Staying at home day after day has made me realize a few things, and one of them is how easy it would be for us to make a few easy changes to our lifestyle to be a little kinder to Mother Earth. A few of the following ideas actually came about because of a shortage in paper products in my area, and others have been percolating for years.
Here’s a quick, fun fact about me: When I was in elementary school, I founded a club called “The Pollution Solution.” I had an official notebook, of course, and ideas for how to contribute to the environment inside of taking away from it. So maybe this is the start of my adult version of that. In honor of the little girl who founded The Pollution Solution, here are my ideas for easy ways to be kinder to the environment:
Use cloth napkins
Chris and I have used paper napkins since we’ve been together, and to be honest, I’m not sure why. We just have, but that recently changed. With the recent paper products shortage around the country, it got me thinking of how we could replace or reduce the amount of paper products in our kitchen. Replacing the napkins was easy. I found some cute cloth ones online, ordered and once we ran out of our paper ones, we just swapped in the cloth. And you know what? I prefer the cloth napkins – they’re so soft!
Microfiber towels are better than paper
My husband has invested in microfiber towels like he owns stock in them. Admittedly, I used to not like them because I hate the texture. But, they’re amazing for dusting, cleaning and wiping. And, they really help reduce the amount of paper towels used around the house. We’re still using paper towels for certain things, but have started to incorporate microfiber towels into our cleaning routines to help reduce the amount of paper waste.
Compost when possible
Hear me out. Did you know you can just add coffee grounds to your household plants’ soil to fortify it? Composting doesn’t have to be gross. Using a little of the plant matter you probably already have from cooking and eating can make a huge difference for your plants. Check out this article from “Self” if you’re interested in composting. It has great tips from the simplest way to use your scraps, all the way to what bins to use and how to create your own.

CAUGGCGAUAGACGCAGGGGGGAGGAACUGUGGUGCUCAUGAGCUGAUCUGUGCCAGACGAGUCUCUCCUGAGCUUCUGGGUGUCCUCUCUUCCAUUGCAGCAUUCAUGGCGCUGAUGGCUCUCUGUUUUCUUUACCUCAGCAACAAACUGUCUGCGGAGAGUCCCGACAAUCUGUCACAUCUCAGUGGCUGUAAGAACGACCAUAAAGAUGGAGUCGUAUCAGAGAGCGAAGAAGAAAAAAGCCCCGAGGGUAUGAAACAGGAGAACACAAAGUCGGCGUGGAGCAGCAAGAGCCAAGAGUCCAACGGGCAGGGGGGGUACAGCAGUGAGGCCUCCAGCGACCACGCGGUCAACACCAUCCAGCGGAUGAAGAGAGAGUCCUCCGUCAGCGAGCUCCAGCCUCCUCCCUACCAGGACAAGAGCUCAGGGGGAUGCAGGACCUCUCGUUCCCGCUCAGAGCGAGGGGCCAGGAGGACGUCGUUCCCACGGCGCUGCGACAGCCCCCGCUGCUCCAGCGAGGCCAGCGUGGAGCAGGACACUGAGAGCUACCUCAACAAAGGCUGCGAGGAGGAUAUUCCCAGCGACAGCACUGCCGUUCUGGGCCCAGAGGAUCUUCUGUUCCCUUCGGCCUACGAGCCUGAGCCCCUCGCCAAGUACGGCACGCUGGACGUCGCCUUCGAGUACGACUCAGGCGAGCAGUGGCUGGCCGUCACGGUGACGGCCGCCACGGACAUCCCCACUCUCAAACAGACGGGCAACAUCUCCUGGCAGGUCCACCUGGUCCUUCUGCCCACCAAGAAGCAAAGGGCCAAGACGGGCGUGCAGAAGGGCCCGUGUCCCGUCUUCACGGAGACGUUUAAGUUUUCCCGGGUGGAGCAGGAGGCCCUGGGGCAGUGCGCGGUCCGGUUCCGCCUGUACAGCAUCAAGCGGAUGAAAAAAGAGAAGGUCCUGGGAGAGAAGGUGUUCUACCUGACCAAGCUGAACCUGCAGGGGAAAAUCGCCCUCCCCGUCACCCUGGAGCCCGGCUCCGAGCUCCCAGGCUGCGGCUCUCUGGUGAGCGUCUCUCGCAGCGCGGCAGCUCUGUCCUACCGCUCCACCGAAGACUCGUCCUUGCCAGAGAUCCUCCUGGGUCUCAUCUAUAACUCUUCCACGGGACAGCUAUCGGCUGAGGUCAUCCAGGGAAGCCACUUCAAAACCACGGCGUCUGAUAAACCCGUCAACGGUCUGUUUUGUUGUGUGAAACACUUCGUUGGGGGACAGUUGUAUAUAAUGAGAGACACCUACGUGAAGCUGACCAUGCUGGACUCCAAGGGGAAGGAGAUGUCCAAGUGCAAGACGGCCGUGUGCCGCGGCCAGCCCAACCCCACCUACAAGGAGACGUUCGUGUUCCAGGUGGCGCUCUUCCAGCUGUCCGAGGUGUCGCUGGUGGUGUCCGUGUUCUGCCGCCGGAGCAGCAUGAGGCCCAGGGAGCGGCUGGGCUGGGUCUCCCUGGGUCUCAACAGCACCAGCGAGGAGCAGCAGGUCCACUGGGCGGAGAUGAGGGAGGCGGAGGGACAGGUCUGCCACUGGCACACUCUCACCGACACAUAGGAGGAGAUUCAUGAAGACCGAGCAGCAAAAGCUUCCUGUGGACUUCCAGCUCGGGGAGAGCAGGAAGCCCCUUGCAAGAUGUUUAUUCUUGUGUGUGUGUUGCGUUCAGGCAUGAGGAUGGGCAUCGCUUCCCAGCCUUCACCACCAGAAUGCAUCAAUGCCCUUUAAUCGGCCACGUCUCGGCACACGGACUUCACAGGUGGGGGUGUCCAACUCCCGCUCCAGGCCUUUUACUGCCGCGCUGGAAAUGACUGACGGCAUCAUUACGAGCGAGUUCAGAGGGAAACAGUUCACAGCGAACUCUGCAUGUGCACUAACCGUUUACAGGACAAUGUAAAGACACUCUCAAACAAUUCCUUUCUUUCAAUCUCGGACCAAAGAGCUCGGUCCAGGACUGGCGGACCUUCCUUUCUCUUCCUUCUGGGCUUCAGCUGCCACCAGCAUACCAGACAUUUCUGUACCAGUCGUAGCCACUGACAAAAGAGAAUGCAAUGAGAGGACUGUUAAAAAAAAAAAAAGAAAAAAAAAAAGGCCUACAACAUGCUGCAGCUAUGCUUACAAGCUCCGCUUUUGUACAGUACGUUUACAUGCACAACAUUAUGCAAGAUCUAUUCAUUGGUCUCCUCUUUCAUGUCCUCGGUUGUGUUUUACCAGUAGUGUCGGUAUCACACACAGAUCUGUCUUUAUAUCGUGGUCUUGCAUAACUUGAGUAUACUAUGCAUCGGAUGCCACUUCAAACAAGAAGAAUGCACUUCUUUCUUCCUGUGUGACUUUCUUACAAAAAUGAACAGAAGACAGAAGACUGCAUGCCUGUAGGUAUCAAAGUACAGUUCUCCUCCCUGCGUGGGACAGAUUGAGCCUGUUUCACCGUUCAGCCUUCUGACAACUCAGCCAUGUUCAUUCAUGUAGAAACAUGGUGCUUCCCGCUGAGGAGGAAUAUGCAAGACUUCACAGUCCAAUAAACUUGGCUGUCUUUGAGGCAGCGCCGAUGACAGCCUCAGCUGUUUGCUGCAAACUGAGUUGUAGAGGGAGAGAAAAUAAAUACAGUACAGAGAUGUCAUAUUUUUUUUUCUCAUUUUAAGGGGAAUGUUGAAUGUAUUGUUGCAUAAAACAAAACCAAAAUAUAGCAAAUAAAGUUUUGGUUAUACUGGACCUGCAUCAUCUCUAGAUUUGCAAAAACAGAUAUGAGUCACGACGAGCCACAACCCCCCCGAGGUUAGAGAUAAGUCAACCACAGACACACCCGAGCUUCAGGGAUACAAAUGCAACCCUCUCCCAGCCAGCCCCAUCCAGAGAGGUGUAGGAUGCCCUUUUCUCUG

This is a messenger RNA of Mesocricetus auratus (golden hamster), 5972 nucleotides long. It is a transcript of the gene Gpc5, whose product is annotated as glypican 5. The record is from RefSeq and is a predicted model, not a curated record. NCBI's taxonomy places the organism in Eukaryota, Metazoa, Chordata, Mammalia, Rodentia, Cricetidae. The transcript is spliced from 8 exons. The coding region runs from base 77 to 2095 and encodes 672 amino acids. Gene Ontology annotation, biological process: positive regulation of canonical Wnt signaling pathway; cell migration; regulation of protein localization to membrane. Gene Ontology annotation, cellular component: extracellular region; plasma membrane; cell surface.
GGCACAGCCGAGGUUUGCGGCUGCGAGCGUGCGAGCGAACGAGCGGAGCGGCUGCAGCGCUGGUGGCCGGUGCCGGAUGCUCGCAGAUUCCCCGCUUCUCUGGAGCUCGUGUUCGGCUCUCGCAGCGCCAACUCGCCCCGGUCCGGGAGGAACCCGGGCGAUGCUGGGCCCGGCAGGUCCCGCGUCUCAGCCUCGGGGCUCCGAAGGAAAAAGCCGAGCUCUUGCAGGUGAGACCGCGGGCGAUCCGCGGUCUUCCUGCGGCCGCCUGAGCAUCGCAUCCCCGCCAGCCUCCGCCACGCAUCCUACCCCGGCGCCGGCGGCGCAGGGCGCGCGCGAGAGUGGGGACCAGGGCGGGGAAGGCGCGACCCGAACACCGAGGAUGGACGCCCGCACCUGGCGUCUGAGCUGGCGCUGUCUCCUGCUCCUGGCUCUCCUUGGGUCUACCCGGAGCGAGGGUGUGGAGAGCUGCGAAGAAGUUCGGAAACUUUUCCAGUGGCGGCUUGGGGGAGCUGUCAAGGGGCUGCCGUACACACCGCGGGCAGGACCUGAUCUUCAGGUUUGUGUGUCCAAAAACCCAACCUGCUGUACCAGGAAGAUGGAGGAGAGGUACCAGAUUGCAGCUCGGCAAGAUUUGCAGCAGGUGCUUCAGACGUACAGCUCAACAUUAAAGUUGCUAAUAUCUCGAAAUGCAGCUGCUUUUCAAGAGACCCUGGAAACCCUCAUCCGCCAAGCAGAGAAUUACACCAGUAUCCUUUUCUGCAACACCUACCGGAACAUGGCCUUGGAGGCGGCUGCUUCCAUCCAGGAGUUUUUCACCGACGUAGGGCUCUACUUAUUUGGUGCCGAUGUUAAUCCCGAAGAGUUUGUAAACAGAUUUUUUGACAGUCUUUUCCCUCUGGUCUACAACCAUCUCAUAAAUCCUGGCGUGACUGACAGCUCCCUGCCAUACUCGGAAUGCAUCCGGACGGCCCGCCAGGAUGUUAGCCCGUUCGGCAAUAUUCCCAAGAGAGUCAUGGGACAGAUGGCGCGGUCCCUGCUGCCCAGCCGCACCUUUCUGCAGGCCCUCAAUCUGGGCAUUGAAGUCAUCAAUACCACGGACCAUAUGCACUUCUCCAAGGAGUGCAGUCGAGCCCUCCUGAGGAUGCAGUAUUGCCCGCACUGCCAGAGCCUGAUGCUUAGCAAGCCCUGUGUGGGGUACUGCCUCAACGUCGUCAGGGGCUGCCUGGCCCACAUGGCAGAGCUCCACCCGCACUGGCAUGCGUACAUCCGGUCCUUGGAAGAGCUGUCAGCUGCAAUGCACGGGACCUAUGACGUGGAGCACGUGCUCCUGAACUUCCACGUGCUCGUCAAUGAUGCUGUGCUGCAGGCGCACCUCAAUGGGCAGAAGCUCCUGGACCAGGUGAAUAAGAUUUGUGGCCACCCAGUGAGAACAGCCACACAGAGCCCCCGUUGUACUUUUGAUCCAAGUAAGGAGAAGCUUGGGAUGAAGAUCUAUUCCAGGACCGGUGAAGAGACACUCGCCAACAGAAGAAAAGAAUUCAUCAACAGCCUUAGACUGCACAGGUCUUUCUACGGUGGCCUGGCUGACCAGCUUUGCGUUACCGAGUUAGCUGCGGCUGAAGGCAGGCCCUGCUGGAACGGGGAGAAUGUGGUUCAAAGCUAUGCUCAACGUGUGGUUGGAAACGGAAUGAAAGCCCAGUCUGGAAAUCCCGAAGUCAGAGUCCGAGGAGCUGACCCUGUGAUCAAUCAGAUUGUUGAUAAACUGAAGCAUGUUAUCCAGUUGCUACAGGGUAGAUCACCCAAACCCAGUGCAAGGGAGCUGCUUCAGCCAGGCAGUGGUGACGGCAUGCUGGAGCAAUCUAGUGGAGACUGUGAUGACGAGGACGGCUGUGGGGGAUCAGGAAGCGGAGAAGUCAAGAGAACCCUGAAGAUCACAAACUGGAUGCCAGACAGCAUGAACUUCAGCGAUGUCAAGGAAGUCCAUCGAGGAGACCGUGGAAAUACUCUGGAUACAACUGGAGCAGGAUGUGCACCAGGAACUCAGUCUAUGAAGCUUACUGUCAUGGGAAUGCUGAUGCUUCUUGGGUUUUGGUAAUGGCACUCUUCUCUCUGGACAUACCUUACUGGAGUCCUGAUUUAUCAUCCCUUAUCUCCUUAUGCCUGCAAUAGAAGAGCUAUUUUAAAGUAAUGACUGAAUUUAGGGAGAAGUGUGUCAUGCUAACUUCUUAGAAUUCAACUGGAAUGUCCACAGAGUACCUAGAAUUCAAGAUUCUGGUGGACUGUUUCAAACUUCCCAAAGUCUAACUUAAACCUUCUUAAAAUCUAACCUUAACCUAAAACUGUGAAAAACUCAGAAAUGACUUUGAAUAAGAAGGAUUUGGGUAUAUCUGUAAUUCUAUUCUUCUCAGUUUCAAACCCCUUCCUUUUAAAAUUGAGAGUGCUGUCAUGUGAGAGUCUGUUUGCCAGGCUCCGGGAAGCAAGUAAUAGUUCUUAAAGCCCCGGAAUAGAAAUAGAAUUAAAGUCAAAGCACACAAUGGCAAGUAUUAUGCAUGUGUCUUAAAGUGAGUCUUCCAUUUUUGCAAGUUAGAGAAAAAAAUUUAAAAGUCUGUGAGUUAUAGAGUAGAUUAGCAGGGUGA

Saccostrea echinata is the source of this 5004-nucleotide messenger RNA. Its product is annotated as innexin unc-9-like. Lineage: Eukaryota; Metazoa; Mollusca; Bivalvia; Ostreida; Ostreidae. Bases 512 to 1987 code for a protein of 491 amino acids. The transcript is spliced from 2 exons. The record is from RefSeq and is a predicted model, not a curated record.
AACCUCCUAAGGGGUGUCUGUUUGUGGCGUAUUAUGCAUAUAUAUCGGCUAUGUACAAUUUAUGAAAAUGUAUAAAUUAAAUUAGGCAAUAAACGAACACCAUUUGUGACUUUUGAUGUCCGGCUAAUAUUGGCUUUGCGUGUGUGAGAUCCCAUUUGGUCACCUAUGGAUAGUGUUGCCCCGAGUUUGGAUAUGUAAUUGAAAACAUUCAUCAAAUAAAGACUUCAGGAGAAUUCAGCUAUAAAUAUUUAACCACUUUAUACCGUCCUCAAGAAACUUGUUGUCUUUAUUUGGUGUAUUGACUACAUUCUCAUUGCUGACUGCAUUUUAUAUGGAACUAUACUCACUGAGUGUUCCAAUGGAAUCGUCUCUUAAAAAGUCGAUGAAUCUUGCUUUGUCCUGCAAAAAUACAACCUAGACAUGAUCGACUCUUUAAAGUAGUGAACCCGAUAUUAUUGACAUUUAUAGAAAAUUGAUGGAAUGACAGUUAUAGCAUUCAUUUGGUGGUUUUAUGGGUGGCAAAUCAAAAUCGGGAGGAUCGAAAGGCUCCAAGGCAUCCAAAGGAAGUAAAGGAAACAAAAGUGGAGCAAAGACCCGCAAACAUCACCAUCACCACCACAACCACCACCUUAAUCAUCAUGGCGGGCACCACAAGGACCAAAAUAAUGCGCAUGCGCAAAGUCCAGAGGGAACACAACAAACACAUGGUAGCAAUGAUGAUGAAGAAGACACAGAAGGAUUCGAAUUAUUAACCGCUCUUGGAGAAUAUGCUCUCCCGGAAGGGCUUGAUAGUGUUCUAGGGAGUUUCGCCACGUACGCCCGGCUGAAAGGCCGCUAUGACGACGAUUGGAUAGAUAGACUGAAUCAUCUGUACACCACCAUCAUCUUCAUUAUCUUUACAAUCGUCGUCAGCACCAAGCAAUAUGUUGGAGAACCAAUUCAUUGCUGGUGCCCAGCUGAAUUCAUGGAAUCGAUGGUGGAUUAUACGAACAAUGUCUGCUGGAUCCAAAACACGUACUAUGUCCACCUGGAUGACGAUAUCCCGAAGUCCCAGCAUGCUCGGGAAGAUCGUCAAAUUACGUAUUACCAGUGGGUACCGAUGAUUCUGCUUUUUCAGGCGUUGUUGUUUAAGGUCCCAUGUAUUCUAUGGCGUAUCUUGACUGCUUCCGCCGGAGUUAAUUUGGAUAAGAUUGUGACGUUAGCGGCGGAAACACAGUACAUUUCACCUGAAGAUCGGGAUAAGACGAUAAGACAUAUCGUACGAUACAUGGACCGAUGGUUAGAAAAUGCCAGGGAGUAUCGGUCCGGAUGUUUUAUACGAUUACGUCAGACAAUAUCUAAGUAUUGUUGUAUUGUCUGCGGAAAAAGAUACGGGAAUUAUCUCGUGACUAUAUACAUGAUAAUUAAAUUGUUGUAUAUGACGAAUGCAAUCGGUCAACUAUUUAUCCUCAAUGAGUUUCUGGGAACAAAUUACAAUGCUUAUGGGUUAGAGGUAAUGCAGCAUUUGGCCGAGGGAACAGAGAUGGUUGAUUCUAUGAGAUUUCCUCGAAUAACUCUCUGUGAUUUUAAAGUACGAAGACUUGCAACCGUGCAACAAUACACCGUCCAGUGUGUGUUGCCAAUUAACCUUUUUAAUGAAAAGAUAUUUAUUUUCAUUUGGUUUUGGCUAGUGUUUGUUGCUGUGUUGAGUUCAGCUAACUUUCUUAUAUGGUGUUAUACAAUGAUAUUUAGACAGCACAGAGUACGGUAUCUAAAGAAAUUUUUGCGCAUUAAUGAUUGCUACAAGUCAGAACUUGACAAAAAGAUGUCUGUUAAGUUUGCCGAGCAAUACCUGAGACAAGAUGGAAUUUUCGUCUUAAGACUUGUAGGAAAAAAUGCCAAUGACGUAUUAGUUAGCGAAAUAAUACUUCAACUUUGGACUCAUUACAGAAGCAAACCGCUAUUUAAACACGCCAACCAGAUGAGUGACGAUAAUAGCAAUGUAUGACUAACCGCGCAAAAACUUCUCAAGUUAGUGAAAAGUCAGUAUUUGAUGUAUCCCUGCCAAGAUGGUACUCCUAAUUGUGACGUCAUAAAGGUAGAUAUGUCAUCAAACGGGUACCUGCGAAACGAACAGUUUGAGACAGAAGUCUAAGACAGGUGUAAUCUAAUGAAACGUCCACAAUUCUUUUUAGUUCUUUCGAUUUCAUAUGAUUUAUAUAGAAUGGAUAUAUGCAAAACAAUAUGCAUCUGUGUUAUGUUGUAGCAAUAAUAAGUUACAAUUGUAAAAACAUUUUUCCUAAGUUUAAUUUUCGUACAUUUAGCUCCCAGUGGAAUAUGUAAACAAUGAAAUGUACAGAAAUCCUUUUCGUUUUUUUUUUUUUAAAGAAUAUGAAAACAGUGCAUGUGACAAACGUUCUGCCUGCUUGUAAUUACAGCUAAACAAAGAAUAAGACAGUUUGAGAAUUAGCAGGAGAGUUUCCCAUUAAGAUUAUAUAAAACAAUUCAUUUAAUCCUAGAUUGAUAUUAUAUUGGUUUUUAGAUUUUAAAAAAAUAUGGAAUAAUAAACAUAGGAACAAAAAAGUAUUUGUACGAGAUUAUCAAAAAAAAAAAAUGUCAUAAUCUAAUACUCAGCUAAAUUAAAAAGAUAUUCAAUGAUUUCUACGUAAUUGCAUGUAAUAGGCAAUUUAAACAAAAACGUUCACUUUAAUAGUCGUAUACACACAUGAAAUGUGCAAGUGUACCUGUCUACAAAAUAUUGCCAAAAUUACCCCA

Use all your food
This tip kind of piggybacks on the above. How often do you buy groceries or cook, then throw away leftovers or parts of the produce that you haven’t used? You can reduce your consumption levels by making a promise to yourself to use more of what you actually have, instead of just buying more. Eat those leftovers, or recreate them into a new meal. I struggle with this one, but it’s so important. Also, save the ends of your veggies and use them to make stock. Same with bones and meat scraps. Use ends of juices and other random items in your fridge for sauces and desserts. This could be your moment to create something entirely new.
Stop buying so much stuff
We just moved, and with every box I packed and unpacked I wished I had less stuff. I regularly purge and donate items, and this is one I’m very passionate about. I think we, as humans, have too much stuff in general. The next time you’re thinking of buying something, just stop and ask if you really need it, or if you already have something just like it. Those old things you have – can you repurpose them, give them to someone who could use them, or even sell them somehow? I’ve been trying, little by little, to reduce my overall consumption, realizing that what I have is enough.
Use your recycling bins
Most houses and apartments furnish recycling bins for residents, or you can request them from your local recycler. But do you use them? It’s as easy as setting aside a bin or bag for recyclables, then dumping them in their respective bin outside when that’s full. It takes a minimal amount of work, but it can help. Every little bit does.
Plant a garden
The cool thing about gardens is they can take on any form you want, in any space you have. You can plant herbs, peppers, tomatoes, really anything depending on your space. But planting greenery has so many benefits, from reducing the need to run out to the store if you’re growing your own food, to simply beautifying your space.
Invest in reusable produce and grocery bags
Admittedly, I’m terrible about remembering to use mine. But I do have them and am working hard to remember them every time I go to the store so I don’t have to bring plastic bags home. Plus, using your own produce bags eliminates the need to touch the same bag dispenser everyone else is using, which, in this climate, is a plus.
Use a water filter
Get yourself a water filter to filter your own water at home. Second best in my mind is using a community water filter service like Watermill in Las Vegas.
Just bidet it
My friend installed a bidet in her home when toilet paper was running low, and I think she’s a genius. This is the ultimate way to cut down on toilet paper usage at home. If you can do it where you live, why not give it a try? Go full European and let the rest of us know what it’s like.